Surprising Side Effects of Not Eating Peanut Butter, Says Science
Whether you're spreading it on toast or adding a spoonful to your favorite smoothie, eating peanut butter is part of many people's daily routine. However, with a high-calorie count and, in many cases, large helpings of sodium, sugar, and saturated fat, it may be tempting to cut this spreadable staple from your diet entirely. (Related: One Major Side Effect of Eating Too Much Peanut Butter.)
Before you bid the peanut butter aisle adieu one last time, read on to discover the eye-opening side effects of giving up peanut butter, according to science. And for some foods you definitely should snag on your next shopping trip, check out the 6 Best Groceries To Buy At Walmart Right Now.
You may increase your diabetes risk.
If you have a family history of diabetes or have other risk factors for the condition, you may want to think twice before cutting peanut butter from your meal plan.
According to a 2002 study published in JAMA, among 121,700 women studied as part of the Nurses' Health Study, women who consumed peanut butter on a regular basis had a lower risk of developing type 2 diabetes than those who said they never or almost never ate nuts.
You may increase your risk of heart health issues.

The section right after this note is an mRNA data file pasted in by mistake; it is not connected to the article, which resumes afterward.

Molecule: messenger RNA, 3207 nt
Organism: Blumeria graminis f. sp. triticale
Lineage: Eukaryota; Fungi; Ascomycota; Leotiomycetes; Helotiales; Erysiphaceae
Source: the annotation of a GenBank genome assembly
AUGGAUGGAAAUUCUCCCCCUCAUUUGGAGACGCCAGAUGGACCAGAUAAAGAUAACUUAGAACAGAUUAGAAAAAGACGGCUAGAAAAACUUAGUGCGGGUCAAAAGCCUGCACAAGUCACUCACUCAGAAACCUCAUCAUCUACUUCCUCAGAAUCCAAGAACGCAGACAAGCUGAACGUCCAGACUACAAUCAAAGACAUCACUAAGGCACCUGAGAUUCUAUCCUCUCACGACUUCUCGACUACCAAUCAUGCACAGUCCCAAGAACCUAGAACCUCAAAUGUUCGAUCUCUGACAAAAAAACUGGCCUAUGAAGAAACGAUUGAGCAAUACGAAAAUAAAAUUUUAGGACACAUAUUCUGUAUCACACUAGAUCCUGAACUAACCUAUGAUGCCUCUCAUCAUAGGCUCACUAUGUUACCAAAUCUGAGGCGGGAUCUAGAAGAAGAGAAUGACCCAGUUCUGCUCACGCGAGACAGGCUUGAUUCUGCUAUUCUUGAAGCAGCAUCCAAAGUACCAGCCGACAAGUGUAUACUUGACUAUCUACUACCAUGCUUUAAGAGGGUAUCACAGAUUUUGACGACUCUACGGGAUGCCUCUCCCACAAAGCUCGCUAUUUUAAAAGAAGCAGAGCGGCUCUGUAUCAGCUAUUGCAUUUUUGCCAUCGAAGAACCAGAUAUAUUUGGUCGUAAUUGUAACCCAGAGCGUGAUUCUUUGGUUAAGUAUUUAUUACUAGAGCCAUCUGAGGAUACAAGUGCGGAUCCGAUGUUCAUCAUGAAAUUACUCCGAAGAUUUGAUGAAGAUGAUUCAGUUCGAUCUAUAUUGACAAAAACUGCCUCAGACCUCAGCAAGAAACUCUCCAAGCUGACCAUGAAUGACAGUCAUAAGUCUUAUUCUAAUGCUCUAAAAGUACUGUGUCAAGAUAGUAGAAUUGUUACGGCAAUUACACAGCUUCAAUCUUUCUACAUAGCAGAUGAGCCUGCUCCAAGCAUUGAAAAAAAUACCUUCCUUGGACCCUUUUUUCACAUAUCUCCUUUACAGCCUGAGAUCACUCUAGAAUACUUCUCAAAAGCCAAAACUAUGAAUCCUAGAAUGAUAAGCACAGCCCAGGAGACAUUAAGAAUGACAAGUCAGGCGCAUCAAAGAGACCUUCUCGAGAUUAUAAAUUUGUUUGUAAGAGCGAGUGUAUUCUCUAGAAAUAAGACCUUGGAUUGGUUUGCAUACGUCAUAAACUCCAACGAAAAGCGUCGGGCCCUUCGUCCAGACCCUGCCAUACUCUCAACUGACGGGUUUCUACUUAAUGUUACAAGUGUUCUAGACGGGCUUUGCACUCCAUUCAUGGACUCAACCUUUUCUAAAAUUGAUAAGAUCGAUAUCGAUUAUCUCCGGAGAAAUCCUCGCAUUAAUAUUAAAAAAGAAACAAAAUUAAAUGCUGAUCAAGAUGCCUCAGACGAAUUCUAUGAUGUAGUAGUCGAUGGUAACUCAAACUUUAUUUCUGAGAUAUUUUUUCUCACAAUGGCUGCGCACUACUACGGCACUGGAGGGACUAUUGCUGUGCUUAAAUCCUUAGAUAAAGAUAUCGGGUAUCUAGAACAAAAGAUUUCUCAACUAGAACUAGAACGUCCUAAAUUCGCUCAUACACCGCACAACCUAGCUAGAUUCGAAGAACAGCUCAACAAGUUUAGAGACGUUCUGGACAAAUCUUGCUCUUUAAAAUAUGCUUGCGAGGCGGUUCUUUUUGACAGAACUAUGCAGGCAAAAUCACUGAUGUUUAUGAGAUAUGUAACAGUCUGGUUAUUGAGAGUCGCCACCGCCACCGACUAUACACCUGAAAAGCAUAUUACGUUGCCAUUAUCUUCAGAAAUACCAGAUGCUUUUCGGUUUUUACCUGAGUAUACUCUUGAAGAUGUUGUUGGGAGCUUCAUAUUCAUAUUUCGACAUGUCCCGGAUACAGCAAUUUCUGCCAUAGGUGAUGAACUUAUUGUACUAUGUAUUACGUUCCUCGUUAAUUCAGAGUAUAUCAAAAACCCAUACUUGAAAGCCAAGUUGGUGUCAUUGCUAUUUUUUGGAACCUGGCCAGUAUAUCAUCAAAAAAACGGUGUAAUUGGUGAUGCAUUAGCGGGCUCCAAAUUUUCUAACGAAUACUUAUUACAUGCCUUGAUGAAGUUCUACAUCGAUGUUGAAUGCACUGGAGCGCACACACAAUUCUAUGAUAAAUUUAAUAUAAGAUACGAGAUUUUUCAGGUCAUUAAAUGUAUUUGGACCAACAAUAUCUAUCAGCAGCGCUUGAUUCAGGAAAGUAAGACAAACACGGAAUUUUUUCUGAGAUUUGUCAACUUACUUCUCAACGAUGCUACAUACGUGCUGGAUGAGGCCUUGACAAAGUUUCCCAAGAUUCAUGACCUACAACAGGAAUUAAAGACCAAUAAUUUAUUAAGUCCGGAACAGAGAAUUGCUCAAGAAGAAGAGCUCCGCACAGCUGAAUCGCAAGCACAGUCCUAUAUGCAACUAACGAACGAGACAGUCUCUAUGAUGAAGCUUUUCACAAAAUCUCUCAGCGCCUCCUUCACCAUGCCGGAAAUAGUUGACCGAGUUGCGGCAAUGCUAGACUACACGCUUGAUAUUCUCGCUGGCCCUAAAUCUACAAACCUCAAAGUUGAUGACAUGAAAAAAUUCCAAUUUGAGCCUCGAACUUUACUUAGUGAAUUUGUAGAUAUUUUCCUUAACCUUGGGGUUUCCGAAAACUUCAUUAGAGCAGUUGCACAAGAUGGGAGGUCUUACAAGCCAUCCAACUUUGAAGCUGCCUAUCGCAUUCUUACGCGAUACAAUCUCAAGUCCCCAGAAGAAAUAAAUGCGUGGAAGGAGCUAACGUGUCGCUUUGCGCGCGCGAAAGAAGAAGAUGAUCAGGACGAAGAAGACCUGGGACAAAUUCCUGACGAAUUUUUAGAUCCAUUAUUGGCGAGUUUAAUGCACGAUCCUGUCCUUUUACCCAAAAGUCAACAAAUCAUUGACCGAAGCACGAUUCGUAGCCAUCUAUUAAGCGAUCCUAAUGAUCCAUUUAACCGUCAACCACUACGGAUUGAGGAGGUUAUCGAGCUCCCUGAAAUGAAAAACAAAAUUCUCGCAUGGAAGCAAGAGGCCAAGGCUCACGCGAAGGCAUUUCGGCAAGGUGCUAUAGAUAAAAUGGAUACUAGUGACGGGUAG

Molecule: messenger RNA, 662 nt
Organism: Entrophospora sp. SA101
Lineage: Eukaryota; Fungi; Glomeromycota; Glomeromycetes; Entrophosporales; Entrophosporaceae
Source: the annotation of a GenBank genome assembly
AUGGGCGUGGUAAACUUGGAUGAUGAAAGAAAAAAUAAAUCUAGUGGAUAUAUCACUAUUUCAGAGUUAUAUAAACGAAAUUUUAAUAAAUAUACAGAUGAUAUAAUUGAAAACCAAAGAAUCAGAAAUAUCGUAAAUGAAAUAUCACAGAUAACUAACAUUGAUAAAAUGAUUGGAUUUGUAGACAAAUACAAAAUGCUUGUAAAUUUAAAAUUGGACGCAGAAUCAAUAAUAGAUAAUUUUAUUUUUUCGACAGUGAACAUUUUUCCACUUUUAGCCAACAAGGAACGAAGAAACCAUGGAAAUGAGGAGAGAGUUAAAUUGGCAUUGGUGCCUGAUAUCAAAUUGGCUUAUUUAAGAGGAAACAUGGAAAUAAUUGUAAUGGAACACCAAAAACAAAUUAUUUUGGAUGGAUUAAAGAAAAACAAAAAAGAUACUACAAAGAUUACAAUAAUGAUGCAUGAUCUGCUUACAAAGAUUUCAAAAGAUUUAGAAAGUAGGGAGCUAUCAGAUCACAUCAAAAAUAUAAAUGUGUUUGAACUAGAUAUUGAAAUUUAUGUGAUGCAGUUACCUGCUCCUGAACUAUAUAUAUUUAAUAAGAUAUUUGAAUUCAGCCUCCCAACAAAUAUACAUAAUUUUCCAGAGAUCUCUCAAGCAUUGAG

Keeping your heart healthy could be as simple as keeping peanut butter on your menu.
A study published in The BMJ, which observed 86,016 women between 34 and 59 years old who took part in the Nurses' Health Study, found that frequent consumption of nuts was linked to lower rates of non-fatal heart attacks and fatal coronary heart disease.
However, since both sugar and sodium have been linked to an increased risk of cardiovascular issues, it's important to make sure that the peanut butter you choose to eat has as few extra ingredients as possible. And for more insight into how peanut butter could be affecting your wellbeing, discover What Happens To Your Body If You Eat Peanut Butter Every Day.
You may consume fewer calories overall.
If you're a regular consumer of peanut butter, cutting this high-calorie staple from your diet could mean a major reduction in total calories. Research published in the Journal of Nutrition found that, among women with type 2 diabetes, those who consumed more nuts and peanut butter were leaner and more physically active than those who consumed lower quantities. However, women who consumed at least five servings of nuts or peanut butter a week had higher overall caloric intakes, as well.
You may have higher cholesterol.
Getting your cholesterol into healthier territory doesn't have to mean cutting out rich foods like peanut butter. According to the aforementioned Journal of Nutrition study, women who consumed five or more servings of nuts and peanut butter on a weekly basis had notably lower LDL or "bad" cholesterol and lower total cholesterol than those who consumed fewer servings of nuts and nut products. In other words: if you give up peanut butter, you may miss out on its cholesterol-lowering properties.
If you want to get your cholesterol numbers into healthier territory, start with these 17 Foods That Lower Cholesterol.
You may not sleep as well.
If you want to enjoy a restful, restorative sleep night after night, cutting peanut butter from your diet may not be a smart move. A 2017 study published in the FASEB Journal found that, out of multiple nuts and legumes studied, consumption of peanuts had the most pronounced effect on subjects' delta wave response, which is linked to healing and deep sleep.